Now Greek Bonds Are a Better Alternative to Italy, Says SocGen

(Bloomberg) -- Greek bonds as a safer bet? Now that’s something new.

While still ranked non-investment grade by major rating companies, the Mediterranean nation’s debt may prove relatively resilient to simmering Italian political risks because it’s “very hard” to depict scenarios in which Greece could default on its borrowings, according to Societe Generale (PA:SOGN) SA.

That could help the securities outperform Italian ones provided potential bouts of risk aversion in the region continue to be centered on Rome, analysts at the bank said.

“There is long-term value in Greece, especially when we get over the threats of risk aversion just now,” Societe Generale strategists Yvan Mamalet and Ciaran O’Hagan wrote in a note to clients. “GGB spreads should narrow relative to BTPs if the origin of the disturbance is in Italy.”

Greece is set to exit its third bailout package this month and may announce this year its program for tapping the markets in 2019. Currently, investors are only able to buy the country’s bonds at a syndication, which makes it challenging to exit the market should an external shock -- such as the recent slide in Turkey’s lira -- jolt global markets.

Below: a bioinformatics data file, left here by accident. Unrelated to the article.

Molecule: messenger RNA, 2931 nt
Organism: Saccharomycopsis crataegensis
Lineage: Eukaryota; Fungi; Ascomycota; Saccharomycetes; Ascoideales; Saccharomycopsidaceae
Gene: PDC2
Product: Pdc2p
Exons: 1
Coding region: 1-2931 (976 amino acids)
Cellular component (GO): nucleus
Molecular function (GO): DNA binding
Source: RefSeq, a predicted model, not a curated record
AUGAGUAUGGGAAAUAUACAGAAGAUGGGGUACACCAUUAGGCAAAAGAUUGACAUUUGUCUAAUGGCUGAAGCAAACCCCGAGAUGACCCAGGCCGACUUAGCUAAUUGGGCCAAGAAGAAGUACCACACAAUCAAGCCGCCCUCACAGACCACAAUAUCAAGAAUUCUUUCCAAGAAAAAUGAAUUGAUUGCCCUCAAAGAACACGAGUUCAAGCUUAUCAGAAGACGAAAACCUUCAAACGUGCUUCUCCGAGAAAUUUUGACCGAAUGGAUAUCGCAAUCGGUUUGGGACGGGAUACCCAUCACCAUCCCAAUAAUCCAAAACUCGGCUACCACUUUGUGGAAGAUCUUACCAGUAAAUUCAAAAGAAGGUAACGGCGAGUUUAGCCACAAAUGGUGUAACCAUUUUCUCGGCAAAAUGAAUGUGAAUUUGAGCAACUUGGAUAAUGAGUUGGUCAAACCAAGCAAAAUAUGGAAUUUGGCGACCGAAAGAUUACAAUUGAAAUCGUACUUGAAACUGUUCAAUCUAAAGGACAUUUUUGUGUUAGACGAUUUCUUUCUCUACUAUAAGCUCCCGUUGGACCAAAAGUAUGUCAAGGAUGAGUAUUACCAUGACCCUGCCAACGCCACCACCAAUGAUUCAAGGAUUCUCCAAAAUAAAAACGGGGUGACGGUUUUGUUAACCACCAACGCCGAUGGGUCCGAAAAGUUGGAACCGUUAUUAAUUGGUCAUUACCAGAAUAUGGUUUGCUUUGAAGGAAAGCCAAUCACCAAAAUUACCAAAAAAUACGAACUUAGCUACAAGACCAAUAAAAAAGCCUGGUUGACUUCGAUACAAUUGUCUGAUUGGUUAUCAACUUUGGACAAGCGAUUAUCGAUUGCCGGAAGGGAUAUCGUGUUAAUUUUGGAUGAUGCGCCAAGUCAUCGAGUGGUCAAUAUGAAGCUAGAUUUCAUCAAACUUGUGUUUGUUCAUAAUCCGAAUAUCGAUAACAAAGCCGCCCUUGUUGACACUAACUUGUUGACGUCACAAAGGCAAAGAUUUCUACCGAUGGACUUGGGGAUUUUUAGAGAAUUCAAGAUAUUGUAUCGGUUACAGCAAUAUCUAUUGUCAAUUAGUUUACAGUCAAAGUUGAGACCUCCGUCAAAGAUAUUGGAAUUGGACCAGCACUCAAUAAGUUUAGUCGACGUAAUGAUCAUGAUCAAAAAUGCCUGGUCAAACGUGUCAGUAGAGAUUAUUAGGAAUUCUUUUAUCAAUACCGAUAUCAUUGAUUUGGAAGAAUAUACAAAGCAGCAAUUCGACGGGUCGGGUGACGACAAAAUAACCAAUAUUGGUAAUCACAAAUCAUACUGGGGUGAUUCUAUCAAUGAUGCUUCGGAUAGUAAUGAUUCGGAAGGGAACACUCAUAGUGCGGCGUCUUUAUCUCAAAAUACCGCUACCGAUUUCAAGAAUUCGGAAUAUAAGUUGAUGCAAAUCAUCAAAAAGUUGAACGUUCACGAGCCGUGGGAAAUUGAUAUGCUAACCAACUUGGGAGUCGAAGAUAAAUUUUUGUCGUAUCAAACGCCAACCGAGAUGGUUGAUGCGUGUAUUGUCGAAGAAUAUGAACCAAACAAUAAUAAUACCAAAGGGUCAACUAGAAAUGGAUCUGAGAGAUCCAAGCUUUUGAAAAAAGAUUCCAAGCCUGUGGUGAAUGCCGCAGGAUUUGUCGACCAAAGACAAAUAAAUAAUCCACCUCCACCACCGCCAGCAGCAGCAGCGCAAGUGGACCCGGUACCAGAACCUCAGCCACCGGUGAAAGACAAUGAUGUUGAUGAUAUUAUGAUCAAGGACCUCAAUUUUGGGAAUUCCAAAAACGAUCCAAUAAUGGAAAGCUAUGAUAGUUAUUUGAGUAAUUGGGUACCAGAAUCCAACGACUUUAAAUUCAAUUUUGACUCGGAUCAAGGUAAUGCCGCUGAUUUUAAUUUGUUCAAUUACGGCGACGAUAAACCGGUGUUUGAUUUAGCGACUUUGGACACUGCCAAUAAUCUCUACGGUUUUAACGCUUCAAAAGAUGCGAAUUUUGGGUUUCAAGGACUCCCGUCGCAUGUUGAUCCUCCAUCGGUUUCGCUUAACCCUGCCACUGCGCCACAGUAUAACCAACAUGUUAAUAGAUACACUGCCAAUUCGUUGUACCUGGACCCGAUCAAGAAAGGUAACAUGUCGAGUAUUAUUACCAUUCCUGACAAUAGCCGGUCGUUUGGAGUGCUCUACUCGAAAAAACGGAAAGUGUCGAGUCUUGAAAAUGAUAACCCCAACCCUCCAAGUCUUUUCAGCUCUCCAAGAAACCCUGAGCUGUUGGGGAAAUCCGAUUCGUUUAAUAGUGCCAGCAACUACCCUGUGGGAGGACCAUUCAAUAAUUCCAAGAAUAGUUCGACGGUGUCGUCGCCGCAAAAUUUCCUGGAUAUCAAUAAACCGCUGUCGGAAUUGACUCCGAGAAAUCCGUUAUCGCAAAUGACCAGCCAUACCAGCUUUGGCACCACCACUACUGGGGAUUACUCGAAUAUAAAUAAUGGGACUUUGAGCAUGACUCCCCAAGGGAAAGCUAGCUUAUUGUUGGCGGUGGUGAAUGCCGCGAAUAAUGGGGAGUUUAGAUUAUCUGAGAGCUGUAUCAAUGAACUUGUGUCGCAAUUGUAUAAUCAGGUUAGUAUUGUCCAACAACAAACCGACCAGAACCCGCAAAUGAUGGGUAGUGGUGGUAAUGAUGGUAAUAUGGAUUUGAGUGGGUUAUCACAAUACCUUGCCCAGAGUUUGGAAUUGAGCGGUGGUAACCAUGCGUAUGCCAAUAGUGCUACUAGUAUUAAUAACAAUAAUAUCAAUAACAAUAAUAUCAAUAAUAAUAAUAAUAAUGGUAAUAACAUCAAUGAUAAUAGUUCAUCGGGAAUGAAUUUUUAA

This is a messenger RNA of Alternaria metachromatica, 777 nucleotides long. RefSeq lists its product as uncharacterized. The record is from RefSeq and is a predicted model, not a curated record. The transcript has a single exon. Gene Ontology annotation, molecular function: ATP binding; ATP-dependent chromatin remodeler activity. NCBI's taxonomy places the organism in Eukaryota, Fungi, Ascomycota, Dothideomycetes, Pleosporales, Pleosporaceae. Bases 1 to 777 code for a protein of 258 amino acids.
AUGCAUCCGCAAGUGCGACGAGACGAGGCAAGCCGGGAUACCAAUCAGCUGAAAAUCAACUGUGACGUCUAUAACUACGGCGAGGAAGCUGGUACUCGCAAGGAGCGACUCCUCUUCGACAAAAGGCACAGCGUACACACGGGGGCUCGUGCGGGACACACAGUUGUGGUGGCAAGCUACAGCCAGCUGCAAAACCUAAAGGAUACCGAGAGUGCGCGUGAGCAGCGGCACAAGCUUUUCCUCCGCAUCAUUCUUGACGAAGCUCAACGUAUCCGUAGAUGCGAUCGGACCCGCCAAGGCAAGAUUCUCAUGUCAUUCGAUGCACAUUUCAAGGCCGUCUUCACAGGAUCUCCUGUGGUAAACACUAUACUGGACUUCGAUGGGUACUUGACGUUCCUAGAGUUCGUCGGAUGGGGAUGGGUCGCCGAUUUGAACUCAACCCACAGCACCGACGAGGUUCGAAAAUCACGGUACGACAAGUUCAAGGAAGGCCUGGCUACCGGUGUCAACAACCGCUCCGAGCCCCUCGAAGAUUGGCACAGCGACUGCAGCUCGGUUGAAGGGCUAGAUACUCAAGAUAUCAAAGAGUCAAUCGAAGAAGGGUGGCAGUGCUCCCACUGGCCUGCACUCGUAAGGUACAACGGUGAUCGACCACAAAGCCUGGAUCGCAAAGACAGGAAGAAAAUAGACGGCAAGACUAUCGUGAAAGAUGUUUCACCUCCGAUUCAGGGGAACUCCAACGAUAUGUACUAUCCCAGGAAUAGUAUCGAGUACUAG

Bank of Greece data show that turnover on the electronic secondary securities market, or HDAT, totaled 139 million euros ($157 million) this month through Aug. 10. That compares with 561 million euros in the whole of July and a peak of 136 billion euros in September 2004.

Still, the yield premiums on Greek bonds over so-called BTPs have narrowed through the turmoil that rocked Italy’s markets in recent months. The five-year spread is at 100 basis points, the lowest level since the financial crisis.